At this point, my interlocutor started to become evasive because he still could not accept such changes in the SAM world.
What if I know that you have a proven CWE vulnerability in your code?
Should I keep silent, as you would not accept a dramatic impact of your assessment?
Should I minimize the risk, as you would only accept a tiny impact on the assessment outcome?
That is basically what 99 percent of people ask for (I should say 100 percent, but I would rather leave room for some people that remain rational in the digital world of IT).
Is a dramatic change disturbing? Yes, of course. But isn’t it also disturbing in the real world? Knowing what it will cost you to remove asbestos from the 56 floors of the Montparnasse Tower must be disturbing. I read it could cost up to 800,000 EUR per floor.
But that doesn’t change the fact that asbestos is now known to be a health hazard. I understand that some people — most likely the ones signing the checks — would be willing to say that the tower is as safe a place to work in as it was before the world knew asbestos was a health hazard and before the asbestos level was measured in the tower. But that is not a reason to hide the truth.
So the question now becomes: How do we handle the change?
To answer this question, we can look to the non-IT world (let me call it “the real world” from now on).
I also happen to work on a roll-bearing assembly line. Whenever a cutting tooth from a CNC cutter needed to be changed, not a single person in the plant would assume that you could fire up the cutter right away. Not before a proper re-calibration of the cutter had been done.
As for just-in-time strategy and productivity measurement in industrial process and basic house-cleaning principles, it seems the IT world is so different — or even superior — that the real world’s principles would not even apply.
How many people, even in the workplace, get their computer so full of garbage files and programs that they end up buying a brand-new computer? As if they would hoard junk in their home or office, then move to another home or office when the first one is full. (I know it does happen, but it usually ends up in reality TV shows.)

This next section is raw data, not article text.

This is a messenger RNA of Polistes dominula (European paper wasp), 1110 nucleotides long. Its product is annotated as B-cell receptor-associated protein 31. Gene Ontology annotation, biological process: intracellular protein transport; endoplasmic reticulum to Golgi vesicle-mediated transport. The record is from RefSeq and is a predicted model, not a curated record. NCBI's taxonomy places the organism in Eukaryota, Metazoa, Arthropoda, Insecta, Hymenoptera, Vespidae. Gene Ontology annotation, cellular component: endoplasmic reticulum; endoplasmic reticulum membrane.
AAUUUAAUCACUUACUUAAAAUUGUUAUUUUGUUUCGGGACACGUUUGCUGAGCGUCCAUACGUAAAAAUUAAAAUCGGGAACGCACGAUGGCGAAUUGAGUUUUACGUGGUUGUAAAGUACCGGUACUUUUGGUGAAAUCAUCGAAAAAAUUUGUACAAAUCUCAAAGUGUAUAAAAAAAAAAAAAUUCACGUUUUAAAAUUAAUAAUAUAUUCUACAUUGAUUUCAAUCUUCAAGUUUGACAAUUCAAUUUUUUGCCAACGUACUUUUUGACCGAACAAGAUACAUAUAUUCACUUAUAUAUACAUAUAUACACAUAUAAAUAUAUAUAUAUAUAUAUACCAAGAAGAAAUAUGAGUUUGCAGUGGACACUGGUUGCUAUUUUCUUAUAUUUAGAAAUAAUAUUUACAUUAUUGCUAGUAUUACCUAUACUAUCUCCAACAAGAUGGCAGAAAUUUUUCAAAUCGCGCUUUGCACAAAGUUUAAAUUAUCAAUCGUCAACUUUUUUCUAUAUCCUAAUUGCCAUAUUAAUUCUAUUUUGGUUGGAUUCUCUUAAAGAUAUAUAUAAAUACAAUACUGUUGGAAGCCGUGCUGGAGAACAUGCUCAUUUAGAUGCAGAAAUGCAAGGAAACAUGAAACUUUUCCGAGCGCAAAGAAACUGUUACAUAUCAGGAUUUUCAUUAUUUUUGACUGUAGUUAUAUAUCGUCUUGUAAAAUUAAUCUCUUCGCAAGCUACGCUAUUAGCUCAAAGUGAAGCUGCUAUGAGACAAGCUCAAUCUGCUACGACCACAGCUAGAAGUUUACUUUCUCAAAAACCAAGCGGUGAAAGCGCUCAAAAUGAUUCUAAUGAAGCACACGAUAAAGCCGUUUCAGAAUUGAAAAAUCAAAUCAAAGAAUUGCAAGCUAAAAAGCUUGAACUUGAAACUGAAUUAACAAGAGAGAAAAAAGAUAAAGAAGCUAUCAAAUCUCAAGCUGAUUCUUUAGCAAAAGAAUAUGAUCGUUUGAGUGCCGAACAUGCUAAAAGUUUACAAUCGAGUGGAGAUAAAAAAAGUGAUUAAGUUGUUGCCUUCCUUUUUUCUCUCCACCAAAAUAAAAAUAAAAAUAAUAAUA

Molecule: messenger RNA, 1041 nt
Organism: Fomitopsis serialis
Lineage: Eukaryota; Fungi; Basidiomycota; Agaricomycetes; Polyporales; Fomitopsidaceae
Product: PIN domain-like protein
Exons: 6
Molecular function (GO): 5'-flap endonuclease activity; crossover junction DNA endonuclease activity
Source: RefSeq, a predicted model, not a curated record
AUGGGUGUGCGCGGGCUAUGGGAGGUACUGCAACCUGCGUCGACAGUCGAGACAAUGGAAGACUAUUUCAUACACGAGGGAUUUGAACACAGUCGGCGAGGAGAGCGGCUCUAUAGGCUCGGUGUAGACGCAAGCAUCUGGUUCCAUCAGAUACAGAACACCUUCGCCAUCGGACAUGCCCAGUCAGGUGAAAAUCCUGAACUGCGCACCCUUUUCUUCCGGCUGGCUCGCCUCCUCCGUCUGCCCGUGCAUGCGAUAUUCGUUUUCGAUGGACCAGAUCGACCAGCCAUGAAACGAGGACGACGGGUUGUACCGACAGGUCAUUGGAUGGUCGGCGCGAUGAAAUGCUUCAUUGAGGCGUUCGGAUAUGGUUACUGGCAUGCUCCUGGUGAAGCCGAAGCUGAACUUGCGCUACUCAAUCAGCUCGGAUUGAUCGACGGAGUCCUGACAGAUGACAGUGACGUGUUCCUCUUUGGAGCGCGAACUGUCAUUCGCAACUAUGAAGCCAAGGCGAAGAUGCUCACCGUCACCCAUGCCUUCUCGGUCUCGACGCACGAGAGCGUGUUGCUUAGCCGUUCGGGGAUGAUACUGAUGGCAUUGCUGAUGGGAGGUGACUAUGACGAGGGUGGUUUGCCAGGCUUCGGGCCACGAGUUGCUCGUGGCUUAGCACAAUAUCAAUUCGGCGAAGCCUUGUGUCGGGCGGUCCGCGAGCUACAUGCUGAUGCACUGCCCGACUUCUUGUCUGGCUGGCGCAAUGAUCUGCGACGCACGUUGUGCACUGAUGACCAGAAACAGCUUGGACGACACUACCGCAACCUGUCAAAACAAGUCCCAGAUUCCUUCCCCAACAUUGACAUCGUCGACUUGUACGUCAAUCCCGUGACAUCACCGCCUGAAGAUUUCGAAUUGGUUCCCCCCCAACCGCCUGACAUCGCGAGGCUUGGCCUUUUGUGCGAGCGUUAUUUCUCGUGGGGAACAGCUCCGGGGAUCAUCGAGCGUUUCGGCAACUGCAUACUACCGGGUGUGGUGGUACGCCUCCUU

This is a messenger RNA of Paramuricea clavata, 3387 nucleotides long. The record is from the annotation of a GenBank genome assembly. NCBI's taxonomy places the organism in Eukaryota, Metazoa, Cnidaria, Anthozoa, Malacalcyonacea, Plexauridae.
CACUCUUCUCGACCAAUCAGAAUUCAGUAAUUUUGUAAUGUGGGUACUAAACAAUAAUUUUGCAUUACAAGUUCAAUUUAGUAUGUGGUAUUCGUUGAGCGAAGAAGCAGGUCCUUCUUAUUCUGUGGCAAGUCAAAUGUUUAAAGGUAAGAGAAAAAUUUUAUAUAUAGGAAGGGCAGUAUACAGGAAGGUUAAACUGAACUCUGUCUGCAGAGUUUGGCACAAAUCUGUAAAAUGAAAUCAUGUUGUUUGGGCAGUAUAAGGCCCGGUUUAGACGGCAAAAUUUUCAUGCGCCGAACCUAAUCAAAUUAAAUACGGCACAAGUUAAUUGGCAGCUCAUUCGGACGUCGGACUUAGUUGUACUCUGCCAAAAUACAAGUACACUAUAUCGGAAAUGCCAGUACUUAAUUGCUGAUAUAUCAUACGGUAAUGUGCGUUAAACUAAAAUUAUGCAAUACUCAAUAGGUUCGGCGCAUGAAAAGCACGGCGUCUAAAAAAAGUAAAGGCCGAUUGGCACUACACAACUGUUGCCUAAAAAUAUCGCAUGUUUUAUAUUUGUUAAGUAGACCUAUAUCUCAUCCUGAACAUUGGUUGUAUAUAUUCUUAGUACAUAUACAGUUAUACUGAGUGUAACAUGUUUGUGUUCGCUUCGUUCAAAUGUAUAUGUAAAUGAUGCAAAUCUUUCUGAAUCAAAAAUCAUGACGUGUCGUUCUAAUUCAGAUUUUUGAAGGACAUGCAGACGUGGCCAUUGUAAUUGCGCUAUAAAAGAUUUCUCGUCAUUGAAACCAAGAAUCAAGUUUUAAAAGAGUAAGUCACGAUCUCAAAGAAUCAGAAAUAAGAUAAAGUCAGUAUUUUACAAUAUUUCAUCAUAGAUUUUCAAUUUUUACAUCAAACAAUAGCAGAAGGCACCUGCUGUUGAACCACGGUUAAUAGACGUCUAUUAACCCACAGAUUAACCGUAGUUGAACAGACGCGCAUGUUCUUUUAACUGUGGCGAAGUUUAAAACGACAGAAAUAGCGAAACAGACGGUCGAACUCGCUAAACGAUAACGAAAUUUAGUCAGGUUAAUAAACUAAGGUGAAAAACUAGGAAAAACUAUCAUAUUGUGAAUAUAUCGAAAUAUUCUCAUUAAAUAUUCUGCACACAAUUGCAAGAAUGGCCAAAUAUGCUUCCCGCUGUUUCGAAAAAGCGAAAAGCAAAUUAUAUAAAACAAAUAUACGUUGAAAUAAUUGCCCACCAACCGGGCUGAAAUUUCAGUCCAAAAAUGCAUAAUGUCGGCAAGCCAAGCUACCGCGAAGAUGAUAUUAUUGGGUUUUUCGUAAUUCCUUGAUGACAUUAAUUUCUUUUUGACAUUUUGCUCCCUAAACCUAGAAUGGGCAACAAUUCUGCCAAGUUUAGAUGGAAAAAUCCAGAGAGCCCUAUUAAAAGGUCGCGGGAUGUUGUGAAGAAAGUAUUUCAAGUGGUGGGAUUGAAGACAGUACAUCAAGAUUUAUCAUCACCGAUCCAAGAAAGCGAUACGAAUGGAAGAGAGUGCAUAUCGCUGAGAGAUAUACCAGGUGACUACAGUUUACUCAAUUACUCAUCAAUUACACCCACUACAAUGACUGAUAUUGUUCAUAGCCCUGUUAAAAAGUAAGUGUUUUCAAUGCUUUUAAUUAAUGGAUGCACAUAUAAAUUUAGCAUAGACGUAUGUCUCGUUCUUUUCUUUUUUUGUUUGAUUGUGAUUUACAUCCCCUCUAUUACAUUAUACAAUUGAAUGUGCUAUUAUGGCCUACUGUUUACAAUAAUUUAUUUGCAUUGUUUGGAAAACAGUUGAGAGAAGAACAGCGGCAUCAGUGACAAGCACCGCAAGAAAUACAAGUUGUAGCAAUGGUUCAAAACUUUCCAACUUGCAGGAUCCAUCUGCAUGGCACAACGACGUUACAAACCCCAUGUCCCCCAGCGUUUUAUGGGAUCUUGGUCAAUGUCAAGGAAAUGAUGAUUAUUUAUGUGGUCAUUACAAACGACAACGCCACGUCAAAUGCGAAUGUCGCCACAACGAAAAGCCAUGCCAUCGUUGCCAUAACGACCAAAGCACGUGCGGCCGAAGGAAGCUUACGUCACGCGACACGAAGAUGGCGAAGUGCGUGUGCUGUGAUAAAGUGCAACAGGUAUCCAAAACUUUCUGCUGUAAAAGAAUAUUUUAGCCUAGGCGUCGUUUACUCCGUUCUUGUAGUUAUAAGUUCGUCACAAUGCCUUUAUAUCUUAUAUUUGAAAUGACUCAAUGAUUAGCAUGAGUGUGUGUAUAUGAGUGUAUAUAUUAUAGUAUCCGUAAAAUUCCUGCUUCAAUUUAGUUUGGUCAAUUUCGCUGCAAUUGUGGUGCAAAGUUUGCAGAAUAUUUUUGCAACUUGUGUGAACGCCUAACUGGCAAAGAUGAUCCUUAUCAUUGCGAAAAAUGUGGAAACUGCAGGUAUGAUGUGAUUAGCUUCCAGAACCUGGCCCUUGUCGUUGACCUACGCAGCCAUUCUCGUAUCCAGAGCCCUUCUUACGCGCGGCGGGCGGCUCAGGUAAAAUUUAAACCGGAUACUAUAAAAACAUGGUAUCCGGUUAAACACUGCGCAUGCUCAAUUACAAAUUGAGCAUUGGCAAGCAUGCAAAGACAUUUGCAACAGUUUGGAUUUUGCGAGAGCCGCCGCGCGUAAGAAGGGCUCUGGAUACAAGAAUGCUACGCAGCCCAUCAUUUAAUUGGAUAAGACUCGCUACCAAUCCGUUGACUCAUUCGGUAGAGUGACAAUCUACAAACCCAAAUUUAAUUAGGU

How many IT professionals think that productivity measurement is only about the produced volume of code, and completely disregard the quality of the production? The industrial world knows for a fact that volume without quality is not the path to growth a competitive edge.
How much effort does it take to convince IT professionals that just-in-time strategies and event-driven architecture can yield the same responsiveness to business requirements and the same resource-usage efficiency in delivering IT outcome as it did in assembly lines? To their benefits, it took many decades to convince the industrial world of these benefits. The pity is that IT doesn’t have the excuse of being the pioneer in this domain; it has a huge amount of knowledge and experience to leverage. Yet, it seldom is.
SAM is not the only measuring activity in the world. However, its practitioners need to reach the same level of maturity as their real-world counterparts.
In today’s world, we expect everything to run efficiently. People do not have time to lose.
One small efficiency improvement, when spread over many users, can lead to massive time and money savings. This also applies to your business applications. How much time would you and your company save if your business applications were more efficient? Probably much more than you think.
But, in what forms can efficiency express itself? Well, for starters:
How many times have we not been upset by an application that does not start fast enough on our computers or on our smartphones? When a user faces this kind of annoyance, what happens? The company who developed this piece of software suffers from a bad public image. The user loses productivity every time he starts the application. Consider real-time applications used to launch rockets and satellites; such applications have no option for any delays.
We cannot forget the famous saying, “time is money.”
Therefore applications should be time efficient.